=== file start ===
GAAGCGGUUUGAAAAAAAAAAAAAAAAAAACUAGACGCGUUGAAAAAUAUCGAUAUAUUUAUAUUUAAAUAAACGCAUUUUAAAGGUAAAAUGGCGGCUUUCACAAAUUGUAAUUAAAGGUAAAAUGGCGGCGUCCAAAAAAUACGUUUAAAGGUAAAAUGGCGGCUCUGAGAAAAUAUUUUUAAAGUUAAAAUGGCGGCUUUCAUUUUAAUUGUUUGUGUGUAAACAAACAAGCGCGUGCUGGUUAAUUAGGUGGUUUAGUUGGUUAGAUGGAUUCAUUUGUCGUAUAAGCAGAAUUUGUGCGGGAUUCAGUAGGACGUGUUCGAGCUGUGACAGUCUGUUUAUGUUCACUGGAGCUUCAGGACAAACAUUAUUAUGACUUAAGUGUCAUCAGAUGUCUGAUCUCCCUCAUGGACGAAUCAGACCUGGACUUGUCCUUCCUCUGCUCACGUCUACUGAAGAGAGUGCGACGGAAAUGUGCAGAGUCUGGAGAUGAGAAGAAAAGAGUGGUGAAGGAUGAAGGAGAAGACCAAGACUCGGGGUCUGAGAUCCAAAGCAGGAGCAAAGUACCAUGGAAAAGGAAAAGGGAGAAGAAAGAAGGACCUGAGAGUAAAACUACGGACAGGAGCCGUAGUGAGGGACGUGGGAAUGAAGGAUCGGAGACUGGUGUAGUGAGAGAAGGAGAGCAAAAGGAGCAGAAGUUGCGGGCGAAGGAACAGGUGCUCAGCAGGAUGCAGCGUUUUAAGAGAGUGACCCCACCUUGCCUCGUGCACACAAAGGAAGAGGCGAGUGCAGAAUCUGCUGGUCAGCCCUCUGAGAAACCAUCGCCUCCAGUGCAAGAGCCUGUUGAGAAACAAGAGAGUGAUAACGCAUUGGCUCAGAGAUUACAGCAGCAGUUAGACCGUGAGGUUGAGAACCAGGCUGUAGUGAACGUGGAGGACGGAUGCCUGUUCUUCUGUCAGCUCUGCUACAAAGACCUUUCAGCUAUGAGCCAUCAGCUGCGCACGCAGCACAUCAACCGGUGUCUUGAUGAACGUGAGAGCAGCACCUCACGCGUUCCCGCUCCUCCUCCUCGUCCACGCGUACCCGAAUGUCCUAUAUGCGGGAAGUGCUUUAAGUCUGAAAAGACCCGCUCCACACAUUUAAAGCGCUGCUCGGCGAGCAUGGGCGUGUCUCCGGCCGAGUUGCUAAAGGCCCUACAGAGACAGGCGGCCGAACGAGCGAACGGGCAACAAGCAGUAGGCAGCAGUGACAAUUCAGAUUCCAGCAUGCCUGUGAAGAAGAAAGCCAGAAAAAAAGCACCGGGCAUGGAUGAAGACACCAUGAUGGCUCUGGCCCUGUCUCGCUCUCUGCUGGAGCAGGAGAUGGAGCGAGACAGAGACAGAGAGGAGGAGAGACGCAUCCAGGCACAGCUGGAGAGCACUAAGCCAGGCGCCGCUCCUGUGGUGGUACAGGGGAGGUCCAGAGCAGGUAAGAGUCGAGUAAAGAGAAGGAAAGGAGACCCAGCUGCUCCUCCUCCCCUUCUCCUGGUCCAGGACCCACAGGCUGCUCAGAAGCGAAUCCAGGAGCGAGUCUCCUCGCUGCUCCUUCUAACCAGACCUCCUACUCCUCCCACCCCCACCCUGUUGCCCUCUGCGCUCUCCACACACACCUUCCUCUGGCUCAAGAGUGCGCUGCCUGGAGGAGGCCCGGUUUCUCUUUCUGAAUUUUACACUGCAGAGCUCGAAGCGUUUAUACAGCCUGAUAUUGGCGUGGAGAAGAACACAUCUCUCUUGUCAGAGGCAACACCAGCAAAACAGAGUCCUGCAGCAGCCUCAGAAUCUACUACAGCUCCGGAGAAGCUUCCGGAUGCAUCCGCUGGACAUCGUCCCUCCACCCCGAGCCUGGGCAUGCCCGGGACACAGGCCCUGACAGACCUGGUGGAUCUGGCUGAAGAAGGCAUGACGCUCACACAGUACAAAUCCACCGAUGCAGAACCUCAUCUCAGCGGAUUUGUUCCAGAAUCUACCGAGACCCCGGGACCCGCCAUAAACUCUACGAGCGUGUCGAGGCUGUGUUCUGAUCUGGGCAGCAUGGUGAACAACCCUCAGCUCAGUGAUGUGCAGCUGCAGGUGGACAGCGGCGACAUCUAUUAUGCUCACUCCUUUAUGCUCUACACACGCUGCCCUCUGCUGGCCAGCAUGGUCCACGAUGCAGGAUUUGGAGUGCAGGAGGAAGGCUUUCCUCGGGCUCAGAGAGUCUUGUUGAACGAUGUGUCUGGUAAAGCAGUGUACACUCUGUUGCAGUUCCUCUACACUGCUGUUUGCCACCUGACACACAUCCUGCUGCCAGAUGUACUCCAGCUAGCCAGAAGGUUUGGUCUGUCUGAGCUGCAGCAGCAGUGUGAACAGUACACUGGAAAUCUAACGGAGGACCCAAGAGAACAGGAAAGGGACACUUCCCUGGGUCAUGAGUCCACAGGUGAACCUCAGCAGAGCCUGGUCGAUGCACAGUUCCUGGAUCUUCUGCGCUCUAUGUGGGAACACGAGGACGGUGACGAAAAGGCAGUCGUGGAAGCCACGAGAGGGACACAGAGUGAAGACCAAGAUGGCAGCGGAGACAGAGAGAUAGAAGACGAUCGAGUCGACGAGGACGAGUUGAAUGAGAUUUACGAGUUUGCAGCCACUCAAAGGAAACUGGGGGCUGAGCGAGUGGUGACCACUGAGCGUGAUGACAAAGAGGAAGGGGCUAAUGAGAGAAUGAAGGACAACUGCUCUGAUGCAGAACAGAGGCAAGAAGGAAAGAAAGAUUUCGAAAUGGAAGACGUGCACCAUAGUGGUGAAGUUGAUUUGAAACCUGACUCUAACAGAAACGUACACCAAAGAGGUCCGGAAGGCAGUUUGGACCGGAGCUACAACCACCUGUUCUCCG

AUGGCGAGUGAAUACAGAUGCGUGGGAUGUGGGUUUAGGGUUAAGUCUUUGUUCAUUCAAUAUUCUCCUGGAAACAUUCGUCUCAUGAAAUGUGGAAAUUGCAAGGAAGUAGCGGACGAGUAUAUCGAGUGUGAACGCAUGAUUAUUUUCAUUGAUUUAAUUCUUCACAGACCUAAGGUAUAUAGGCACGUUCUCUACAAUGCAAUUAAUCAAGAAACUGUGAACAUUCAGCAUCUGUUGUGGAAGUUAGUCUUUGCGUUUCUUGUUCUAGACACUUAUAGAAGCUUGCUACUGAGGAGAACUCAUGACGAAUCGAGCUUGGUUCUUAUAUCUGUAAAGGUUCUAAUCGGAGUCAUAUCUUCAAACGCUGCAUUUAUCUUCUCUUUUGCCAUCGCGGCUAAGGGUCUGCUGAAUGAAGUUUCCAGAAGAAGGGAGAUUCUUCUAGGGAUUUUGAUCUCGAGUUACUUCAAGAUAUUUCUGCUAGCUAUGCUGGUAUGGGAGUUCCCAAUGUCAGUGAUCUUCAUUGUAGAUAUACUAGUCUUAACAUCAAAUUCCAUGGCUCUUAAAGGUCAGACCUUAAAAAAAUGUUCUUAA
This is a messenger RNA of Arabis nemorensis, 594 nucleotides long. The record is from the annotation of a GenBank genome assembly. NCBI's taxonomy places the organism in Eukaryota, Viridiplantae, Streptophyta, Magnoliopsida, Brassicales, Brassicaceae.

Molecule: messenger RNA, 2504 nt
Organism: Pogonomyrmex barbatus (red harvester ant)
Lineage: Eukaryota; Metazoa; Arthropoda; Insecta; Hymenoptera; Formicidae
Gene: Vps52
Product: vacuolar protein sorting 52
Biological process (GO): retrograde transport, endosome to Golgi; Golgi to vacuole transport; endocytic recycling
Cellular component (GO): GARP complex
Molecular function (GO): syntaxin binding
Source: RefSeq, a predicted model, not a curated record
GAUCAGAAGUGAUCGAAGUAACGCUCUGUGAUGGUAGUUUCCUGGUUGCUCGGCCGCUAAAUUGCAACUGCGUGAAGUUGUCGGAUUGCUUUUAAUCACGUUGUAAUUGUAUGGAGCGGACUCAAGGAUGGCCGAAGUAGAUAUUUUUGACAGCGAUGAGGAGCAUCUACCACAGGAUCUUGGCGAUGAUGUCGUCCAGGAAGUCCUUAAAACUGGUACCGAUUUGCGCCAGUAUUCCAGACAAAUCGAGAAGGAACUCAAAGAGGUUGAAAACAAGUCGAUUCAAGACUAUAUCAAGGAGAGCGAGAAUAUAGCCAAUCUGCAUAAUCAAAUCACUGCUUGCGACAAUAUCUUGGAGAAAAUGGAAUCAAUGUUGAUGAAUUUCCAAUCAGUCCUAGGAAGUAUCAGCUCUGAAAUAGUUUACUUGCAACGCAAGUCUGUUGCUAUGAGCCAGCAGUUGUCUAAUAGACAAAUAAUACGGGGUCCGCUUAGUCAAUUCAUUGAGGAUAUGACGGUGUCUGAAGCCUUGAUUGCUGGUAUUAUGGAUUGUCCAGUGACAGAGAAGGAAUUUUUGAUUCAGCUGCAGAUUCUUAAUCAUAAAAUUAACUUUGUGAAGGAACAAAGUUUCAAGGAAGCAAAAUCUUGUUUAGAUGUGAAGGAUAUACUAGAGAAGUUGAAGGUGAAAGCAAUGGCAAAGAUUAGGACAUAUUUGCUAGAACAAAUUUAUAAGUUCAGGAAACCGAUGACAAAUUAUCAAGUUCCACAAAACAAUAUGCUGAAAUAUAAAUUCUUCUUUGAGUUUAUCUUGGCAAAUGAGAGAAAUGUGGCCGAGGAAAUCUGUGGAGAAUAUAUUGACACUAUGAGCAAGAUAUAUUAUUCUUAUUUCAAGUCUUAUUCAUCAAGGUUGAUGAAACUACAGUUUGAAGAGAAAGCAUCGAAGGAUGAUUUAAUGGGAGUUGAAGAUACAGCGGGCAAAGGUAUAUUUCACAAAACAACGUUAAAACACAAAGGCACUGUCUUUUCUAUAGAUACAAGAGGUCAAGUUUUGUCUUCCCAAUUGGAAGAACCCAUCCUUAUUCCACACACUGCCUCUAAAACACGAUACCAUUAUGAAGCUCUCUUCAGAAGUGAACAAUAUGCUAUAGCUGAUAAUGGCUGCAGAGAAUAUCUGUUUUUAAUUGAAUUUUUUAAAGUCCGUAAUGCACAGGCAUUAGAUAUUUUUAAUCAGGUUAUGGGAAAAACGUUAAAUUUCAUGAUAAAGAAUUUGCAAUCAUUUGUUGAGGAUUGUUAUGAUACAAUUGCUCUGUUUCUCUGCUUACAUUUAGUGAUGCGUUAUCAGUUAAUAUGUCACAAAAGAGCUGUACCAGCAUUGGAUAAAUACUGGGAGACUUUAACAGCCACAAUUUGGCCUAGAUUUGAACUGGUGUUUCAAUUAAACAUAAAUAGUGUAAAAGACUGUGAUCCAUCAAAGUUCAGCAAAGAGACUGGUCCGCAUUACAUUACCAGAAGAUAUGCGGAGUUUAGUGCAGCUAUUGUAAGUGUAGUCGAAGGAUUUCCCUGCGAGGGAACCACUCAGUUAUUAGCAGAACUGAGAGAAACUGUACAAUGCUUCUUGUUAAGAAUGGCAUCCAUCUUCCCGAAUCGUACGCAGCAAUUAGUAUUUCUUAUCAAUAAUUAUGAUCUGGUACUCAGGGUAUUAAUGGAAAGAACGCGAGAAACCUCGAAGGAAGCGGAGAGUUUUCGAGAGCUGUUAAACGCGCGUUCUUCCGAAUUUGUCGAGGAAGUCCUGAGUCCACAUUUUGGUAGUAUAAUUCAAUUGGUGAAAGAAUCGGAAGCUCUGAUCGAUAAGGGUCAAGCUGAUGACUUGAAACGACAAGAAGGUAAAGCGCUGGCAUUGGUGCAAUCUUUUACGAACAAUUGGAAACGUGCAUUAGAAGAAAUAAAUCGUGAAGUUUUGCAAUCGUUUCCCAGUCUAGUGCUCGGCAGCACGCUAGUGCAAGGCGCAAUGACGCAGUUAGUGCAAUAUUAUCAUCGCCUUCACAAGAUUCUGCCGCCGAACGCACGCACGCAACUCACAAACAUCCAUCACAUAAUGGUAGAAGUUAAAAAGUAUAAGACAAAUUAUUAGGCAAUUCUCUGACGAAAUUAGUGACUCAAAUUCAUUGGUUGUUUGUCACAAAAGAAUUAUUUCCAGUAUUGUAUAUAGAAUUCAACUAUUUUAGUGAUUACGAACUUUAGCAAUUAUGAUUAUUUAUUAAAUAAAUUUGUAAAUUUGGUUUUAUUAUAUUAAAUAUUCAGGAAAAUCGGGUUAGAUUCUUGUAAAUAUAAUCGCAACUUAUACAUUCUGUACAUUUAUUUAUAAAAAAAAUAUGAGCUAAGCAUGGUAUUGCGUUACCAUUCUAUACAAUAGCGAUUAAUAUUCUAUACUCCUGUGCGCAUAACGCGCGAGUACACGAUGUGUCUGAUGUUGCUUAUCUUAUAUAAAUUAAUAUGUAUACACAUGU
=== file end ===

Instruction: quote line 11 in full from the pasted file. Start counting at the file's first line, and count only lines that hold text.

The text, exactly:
Molecular function (GO): syntaxin binding